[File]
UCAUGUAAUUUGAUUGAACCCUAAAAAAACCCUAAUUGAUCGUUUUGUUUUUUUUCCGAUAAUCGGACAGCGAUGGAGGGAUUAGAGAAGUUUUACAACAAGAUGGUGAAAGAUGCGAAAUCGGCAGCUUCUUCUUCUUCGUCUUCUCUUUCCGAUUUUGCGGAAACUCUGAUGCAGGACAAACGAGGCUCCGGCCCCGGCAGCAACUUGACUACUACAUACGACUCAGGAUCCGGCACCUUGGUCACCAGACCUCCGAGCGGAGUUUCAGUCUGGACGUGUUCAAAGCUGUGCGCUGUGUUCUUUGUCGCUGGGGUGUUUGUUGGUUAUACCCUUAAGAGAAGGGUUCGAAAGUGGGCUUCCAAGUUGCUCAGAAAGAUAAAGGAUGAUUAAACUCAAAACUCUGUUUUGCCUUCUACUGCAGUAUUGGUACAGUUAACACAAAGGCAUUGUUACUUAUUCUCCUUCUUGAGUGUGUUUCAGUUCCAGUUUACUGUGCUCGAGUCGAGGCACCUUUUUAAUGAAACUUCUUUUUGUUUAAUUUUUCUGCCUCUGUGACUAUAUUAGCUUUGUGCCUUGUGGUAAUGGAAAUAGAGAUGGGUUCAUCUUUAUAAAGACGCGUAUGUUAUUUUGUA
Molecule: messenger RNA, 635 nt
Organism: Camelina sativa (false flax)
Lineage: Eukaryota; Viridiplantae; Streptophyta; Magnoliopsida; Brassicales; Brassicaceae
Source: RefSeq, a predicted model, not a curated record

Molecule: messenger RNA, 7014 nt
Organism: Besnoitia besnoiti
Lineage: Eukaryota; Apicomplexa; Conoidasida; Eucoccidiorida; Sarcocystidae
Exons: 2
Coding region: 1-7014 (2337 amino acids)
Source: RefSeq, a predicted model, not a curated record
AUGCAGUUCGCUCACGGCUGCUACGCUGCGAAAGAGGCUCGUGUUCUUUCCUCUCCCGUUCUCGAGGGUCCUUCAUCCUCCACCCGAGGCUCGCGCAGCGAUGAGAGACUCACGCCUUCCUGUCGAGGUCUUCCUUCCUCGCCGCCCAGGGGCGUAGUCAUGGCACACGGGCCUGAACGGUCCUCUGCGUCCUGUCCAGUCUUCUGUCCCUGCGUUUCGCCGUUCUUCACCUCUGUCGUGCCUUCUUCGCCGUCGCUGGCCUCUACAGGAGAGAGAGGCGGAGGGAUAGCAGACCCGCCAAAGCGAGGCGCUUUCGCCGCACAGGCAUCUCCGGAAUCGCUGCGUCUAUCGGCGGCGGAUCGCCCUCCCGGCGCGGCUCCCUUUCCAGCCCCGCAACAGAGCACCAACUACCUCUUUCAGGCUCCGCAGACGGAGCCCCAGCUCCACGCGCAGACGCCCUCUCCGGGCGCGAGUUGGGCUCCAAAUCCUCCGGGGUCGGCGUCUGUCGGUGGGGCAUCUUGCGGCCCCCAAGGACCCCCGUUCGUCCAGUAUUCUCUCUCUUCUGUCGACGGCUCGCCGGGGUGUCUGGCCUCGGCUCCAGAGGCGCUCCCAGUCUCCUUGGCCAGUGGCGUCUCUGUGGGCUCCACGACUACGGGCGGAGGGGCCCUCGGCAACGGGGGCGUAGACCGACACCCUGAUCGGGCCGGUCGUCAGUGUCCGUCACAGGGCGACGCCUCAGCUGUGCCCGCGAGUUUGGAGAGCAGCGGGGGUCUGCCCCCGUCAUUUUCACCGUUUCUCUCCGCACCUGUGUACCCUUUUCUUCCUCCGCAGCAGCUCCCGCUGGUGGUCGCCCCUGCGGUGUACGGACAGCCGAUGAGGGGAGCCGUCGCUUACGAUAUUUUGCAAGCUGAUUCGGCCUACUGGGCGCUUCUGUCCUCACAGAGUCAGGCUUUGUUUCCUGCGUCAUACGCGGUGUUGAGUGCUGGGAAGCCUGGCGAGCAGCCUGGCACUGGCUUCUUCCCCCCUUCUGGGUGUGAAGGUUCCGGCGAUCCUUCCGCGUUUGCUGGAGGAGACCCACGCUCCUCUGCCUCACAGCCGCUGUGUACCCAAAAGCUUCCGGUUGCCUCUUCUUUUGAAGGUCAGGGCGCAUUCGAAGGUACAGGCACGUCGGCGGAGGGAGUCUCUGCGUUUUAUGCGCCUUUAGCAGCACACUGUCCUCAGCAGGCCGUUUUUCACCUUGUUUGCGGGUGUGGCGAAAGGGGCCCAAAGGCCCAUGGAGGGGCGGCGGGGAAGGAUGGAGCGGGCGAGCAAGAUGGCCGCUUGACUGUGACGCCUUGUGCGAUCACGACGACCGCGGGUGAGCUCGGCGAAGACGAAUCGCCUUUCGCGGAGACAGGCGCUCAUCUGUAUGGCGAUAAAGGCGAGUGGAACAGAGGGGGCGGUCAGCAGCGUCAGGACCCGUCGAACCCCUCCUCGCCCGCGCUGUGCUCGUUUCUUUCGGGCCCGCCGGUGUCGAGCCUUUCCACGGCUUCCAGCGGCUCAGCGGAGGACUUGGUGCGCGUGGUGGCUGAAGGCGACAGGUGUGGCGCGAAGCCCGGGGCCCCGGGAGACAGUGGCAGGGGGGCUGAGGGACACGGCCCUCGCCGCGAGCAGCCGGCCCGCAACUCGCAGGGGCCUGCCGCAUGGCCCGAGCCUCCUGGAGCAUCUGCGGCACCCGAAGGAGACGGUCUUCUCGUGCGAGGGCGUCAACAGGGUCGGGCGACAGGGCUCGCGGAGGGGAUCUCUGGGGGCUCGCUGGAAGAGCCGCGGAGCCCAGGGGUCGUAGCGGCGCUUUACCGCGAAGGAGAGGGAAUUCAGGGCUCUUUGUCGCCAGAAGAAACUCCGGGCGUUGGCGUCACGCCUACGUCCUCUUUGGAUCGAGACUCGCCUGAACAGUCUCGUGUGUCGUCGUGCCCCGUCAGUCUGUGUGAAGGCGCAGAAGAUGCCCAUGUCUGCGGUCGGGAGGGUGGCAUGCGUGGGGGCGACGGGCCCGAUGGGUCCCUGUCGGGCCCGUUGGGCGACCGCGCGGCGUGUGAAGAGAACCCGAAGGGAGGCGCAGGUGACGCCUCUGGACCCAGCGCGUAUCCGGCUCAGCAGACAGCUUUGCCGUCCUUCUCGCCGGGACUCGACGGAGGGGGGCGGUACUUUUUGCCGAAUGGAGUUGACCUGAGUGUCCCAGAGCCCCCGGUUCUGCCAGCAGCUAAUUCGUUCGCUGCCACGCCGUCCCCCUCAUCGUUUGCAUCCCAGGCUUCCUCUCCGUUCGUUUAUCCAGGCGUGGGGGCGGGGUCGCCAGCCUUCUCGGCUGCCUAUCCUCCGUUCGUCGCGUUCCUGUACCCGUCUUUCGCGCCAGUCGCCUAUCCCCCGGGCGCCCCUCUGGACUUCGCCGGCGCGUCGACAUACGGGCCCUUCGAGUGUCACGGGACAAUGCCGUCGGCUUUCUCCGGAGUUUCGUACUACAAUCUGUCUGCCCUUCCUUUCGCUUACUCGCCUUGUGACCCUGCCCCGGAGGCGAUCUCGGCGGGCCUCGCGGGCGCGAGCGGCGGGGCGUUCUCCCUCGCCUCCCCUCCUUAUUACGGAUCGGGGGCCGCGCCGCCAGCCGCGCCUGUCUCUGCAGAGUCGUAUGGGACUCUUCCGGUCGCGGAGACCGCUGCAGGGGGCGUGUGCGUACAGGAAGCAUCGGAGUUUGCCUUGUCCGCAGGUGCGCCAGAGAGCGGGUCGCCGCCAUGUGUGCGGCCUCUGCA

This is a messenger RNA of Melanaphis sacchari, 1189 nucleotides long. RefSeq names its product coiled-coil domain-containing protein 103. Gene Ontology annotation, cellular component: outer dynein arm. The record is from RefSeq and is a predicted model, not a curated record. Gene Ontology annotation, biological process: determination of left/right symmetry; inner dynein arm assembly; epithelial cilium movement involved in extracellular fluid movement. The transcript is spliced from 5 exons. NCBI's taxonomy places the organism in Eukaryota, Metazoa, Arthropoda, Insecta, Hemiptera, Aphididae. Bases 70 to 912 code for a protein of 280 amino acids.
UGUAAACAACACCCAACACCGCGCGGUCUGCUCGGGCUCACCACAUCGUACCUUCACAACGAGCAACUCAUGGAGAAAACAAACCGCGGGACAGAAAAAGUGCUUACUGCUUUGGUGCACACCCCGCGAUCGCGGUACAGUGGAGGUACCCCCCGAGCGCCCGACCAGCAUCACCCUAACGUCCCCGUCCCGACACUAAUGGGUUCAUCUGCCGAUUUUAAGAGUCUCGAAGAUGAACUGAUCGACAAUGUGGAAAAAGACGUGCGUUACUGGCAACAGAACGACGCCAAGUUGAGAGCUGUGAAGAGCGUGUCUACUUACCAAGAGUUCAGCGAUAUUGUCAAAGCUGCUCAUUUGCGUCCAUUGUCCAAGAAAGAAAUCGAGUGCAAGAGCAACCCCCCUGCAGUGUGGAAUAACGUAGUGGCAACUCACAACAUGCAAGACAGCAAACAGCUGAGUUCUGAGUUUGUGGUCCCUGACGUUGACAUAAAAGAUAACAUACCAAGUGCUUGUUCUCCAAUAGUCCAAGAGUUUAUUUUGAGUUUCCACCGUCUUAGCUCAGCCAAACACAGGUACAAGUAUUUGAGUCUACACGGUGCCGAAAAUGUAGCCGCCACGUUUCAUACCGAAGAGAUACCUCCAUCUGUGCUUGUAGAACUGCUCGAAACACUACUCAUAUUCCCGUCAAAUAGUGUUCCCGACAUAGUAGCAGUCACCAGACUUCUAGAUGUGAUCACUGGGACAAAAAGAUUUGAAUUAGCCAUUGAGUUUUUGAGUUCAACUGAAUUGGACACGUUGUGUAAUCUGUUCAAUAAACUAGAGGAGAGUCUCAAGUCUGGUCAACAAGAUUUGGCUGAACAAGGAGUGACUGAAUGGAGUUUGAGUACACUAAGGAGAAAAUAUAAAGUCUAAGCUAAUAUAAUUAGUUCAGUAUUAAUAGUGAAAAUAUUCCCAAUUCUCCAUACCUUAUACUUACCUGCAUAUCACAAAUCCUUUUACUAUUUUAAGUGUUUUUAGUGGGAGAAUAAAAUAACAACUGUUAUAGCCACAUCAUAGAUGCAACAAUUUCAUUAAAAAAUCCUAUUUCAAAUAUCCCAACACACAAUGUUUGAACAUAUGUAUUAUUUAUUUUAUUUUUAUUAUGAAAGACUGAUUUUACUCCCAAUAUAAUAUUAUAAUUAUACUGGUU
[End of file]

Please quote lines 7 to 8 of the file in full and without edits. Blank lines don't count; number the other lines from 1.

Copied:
Organism: Besnoitia besnoiti
Lineage: Eukaryota; Apicomplexa; Conoidasida; Eucoccidiorida; Sarcocystidae